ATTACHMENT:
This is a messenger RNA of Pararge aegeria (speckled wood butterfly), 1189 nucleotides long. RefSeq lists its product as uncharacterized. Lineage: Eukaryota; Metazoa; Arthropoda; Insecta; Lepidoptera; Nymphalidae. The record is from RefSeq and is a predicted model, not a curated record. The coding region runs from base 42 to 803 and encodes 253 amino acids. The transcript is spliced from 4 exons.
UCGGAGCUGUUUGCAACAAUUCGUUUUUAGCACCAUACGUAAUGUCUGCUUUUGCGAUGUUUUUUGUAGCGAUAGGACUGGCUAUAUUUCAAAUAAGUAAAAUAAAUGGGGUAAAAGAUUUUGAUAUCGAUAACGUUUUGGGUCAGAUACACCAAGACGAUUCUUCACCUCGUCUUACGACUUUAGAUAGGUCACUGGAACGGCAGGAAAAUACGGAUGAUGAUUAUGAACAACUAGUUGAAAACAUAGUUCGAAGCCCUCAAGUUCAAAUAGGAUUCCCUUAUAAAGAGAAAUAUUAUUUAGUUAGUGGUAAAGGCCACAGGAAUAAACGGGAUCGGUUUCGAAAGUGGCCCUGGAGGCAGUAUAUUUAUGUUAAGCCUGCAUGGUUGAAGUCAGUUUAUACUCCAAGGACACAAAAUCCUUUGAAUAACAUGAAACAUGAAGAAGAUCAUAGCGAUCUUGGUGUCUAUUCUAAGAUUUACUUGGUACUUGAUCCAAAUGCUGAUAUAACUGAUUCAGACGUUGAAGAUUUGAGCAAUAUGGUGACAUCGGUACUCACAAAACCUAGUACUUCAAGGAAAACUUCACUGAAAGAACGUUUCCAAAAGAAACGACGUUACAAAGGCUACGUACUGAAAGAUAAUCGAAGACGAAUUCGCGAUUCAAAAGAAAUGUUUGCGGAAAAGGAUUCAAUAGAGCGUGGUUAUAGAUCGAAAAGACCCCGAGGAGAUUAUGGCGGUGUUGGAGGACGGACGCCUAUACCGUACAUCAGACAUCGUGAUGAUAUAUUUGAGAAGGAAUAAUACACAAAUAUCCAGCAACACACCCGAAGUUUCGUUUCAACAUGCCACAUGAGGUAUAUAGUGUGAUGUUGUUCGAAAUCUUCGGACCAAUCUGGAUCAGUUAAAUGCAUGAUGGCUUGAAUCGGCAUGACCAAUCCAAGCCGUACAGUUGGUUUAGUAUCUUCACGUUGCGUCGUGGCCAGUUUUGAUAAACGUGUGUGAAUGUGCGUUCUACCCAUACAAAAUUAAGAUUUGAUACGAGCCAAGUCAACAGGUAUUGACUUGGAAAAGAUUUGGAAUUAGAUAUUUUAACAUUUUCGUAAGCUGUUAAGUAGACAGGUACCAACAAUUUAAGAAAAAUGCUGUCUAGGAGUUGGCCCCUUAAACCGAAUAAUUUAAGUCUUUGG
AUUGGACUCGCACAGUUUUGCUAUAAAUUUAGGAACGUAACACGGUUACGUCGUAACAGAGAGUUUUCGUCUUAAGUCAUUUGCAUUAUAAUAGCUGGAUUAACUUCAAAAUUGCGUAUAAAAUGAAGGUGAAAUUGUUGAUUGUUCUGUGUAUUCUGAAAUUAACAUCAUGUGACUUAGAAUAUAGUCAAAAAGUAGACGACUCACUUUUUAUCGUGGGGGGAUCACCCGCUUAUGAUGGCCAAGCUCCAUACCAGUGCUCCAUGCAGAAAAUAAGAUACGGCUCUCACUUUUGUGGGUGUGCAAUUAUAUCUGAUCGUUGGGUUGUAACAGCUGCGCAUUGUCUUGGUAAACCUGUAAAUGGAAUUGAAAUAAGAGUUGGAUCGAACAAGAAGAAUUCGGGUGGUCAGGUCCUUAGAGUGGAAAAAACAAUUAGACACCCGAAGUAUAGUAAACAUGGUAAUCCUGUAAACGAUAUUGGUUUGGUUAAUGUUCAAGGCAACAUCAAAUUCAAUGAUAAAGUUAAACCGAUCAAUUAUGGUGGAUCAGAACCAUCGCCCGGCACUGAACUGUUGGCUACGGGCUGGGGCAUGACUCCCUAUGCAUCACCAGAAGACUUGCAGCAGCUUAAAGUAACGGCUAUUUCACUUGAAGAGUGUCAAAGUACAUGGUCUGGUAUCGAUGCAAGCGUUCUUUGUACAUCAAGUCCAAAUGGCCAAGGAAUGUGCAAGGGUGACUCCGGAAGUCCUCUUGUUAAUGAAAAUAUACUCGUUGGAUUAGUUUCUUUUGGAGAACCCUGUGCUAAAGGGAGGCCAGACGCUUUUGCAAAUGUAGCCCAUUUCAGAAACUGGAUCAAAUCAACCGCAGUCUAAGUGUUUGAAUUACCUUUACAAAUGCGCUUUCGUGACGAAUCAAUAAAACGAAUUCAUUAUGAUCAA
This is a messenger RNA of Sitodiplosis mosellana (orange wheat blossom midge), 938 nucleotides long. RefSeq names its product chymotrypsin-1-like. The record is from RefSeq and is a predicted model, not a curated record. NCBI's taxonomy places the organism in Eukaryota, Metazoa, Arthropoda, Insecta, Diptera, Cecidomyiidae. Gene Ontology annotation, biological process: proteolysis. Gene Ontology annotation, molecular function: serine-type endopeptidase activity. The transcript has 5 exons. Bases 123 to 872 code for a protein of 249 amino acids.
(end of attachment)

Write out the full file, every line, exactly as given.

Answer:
This is a messenger RNA of Pararge aegeria (speckled wood butterfly), 1189 nucleotides long. RefSeq lists its product as uncharacterized. Lineage: Eukaryota; Metazoa; Arthropoda; Insecta; Lepidoptera; Nymphalidae. The record is from RefSeq and is a predicted model, not a curated record. The coding region runs from base 42 to 803 and encodes 253 amino acids. The transcript is spliced from 4 exons.
UCGGAGCUGUUUGCAACAAUUCGUUUUUAGCACCAUACGUAAUGUCUGCUUUUGCGAUGUUUUUUGUAGCGAUAGGACUGGCUAUAUUUCAAAUAAGUAAAAUAAAUGGGGUAAAAGAUUUUGAUAUCGAUAACGUUUUGGGUCAGAUACACCAAGACGAUUCUUCACCUCGUCUUACGACUUUAGAUAGGUCACUGGAACGGCAGGAAAAUACGGAUGAUGAUUAUGAACAACUAGUUGAAAACAUAGUUCGAAGCCCUCAAGUUCAAAUAGGAUUCCCUUAUAAAGAGAAAUAUUAUUUAGUUAGUGGUAAAGGCCACAGGAAUAAACGGGAUCGGUUUCGAAAGUGGCCCUGGAGGCAGUAUAUUUAUGUUAAGCCUGCAUGGUUGAAGUCAGUUUAUACUCCAAGGACACAAAAUCCUUUGAAUAACAUGAAACAUGAAGAAGAUCAUAGCGAUCUUGGUGUCUAUUCUAAGAUUUACUUGGUACUUGAUCCAAAUGCUGAUAUAACUGAUUCAGACGUUGAAGAUUUGAGCAAUAUGGUGACAUCGGUACUCACAAAACCUAGUACUUCAAGGAAAACUUCACUGAAAGAACGUUUCCAAAAGAAACGACGUUACAAAGGCUACGUACUGAAAGAUAAUCGAAGACGAAUUCGCGAUUCAAAAGAAAUGUUUGCGGAAAAGGAUUCAAUAGAGCGUGGUUAUAGAUCGAAAAGACCCCGAGGAGAUUAUGGCGGUGUUGGAGGACGGACGCCUAUACCGUACAUCAGACAUCGUGAUGAUAUAUUUGAGAAGGAAUAAUACACAAAUAUCCAGCAACACACCCGAAGUUUCGUUUCAACAUGCCACAUGAGGUAUAUAGUGUGAUGUUGUUCGAAAUCUUCGGACCAAUCUGGAUCAGUUAAAUGCAUGAUGGCUUGAAUCGGCAUGACCAAUCCAAGCCGUACAGUUGGUUUAGUAUCUUCACGUUGCGUCGUGGCCAGUUUUGAUAAACGUGUGUGAAUGUGCGUUCUACCCAUACAAAAUUAAGAUUUGAUACGAGCCAAGUCAACAGGUAUUGACUUGGAAAAGAUUUGGAAUUAGAUAUUUUAACAUUUUCGUAAGCUGUUAAGUAGACAGGUACCAACAAUUUAAGAAAAAUGCUGUCUAGGAGUUGGCCCCUUAAACCGAAUAAUUUAAGUCUUUGG
AUUGGACUCGCACAGUUUUGCUAUAAAUUUAGGAACGUAACACGGUUACGUCGUAACAGAGAGUUUUCGUCUUAAGUCAUUUGCAUUAUAAUAGCUGGAUUAACUUCAAAAUUGCGUAUAAAAUGAAGGUGAAAUUGUUGAUUGUUCUGUGUAUUCUGAAAUUAACAUCAUGUGACUUAGAAUAUAGUCAAAAAGUAGACGACUCACUUUUUAUCGUGGGGGGAUCACCCGCUUAUGAUGGCCAAGCUCCAUACCAGUGCUCCAUGCAGAAAAUAAGAUACGGCUCUCACUUUUGUGGGUGUGCAAUUAUAUCUGAUCGUUGGGUUGUAACAGCUGCGCAUUGUCUUGGUAAACCUGUAAAUGGAAUUGAAAUAAGAGUUGGAUCGAACAAGAAGAAUUCGGGUGGUCAGGUCCUUAGAGUGGAAAAAACAAUUAGACACCCGAAGUAUAGUAAACAUGGUAAUCCUGUAAACGAUAUUGGUUUGGUUAAUGUUCAAGGCAACAUCAAAUUCAAUGAUAAAGUUAAACCGAUCAAUUAUGGUGGAUCAGAACCAUCGCCCGGCACUGAACUGUUGGCUACGGGCUGGGGCAUGACUCCCUAUGCAUCACCAGAAGACUUGCAGCAGCUUAAAGUAACGGCUAUUUCACUUGAAGAGUGUCAAAGUACAUGGUCUGGUAUCGAUGCAAGCGUUCUUUGUACAUCAAGUCCAAAUGGCCAAGGAAUGUGCAAGGGUGACUCCGGAAGUCCUCUUGUUAAUGAAAAUAUACUCGUUGGAUUAGUUUCUUUUGGAGAACCCUGUGCUAAAGGGAGGCCAGACGCUUUUGCAAAUGUAGCCCAUUUCAGAAACUGGAUCAAAUCAACCGCAGUCUAAGUGUUUGAAUUACCUUUACAAAUGCGCUUUCGUGACGAAUCAAUAAAACGAAUUCAUUAUGAUCAA
This is a messenger RNA of Sitodiplosis mosellana (orange wheat blossom midge), 938 nucleotides long. RefSeq names its product chymotrypsin-1-like. The record is from RefSeq and is a predicted model, not a curated record. NCBI's taxonomy places the organism in Eukaryota, Metazoa, Arthropoda, Insecta, Diptera, Cecidomyiidae. Gene Ontology annotation, biological process: proteolysis. Gene Ontology annotation, molecular function: serine-type endopeptidase activity. The transcript has 5 exons. Bases 123 to 872 code for a protein of 249 amino acids.